Who Needs A Toilet?

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The increasing rate of open defecation across the country with its attendant health consequences worries the federal government, prompting it to declare a state of emergency in sanitation. But how far can it go?

The recent global ranking of Nigeria as number two in open defecation is obviously worrisome. That is why President Muhammadu Buhari has declared a state of emergency on the Water, Sanitation and Hygienic sector, WASH. The action many believe was long overdue.
While making the declaration, the president lamented: “Our country now ranks number two in the global rating on Open Defecation as about 25 per cent of our population are practising open defecation.”

The President described statistics on open defecation, access to piped water services and sanitation in the country as disturbing, warning that henceforth, federal government support to state governments will be based on their commitment to implement the National WASH Action Plan in their respective states and to end open defecation by 2025.

 

Beside filthiness, the menace of open defecation has grown to become one of the permanent environmental hazards of many cities and communities across the country. The menace has been described as a human practice of defecating outside (in an open environment) rather than into a toilet. People may choose fields, bushes, forests, ditches, streets, canals, or other open space for defecation. They do so because either they do not have a toilet readily accessible or due to primitive traditional practices.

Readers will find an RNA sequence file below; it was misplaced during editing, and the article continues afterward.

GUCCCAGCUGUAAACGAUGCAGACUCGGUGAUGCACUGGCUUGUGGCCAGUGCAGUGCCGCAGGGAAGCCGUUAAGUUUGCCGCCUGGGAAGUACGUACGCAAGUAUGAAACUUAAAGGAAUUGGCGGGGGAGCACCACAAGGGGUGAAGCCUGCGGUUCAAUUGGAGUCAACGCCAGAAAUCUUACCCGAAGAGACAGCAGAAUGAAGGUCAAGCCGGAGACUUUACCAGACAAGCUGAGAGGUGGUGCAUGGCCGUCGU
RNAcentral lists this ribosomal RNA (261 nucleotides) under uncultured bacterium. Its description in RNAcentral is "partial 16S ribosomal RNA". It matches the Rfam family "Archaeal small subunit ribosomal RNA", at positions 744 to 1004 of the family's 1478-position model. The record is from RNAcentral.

In Nigeria, many have found this unhygienic habit convenient since there are no laws forbidding them from answering the call of nature anywhere they deem fit even in the open glare of the public. No thanks to the sheer indifference of successive governments to the practice that now poses great threats to human lives.

President Buhari admits that the menace of open defecation is not receiving the required attention judging from the high prevalence of water-borne diseases that are being reported in different parts of the country. Whether the president will muster enough courage to pursue the sanitation agenda beyond the declaration of the state of emergency remains to be seen.

As at 2016/2017, Multiple Indicator Cluster Survey showed that 25 per cent of Nigerians defecate openly. That is why the country now ranks second among countries with the highest prevalence of open defecation. Other countries in that category are Indonesia (54 million people), Pakistan (41 million people), Ethiopia (34 million), and Sudan (17 million).

The effects of open defecation, according to experts, leave much to be desired. According to the United Nations Children’s Fund, UNICEF, open defecation is associated with water-borne diseases. When open defecation is done near waterways, it is carried into the water system. The contaminated water ends up in the main water source. When people use this water as it is for drinking and cooking, it results in water-borne diseases such as cholera, typhoid and trachoma.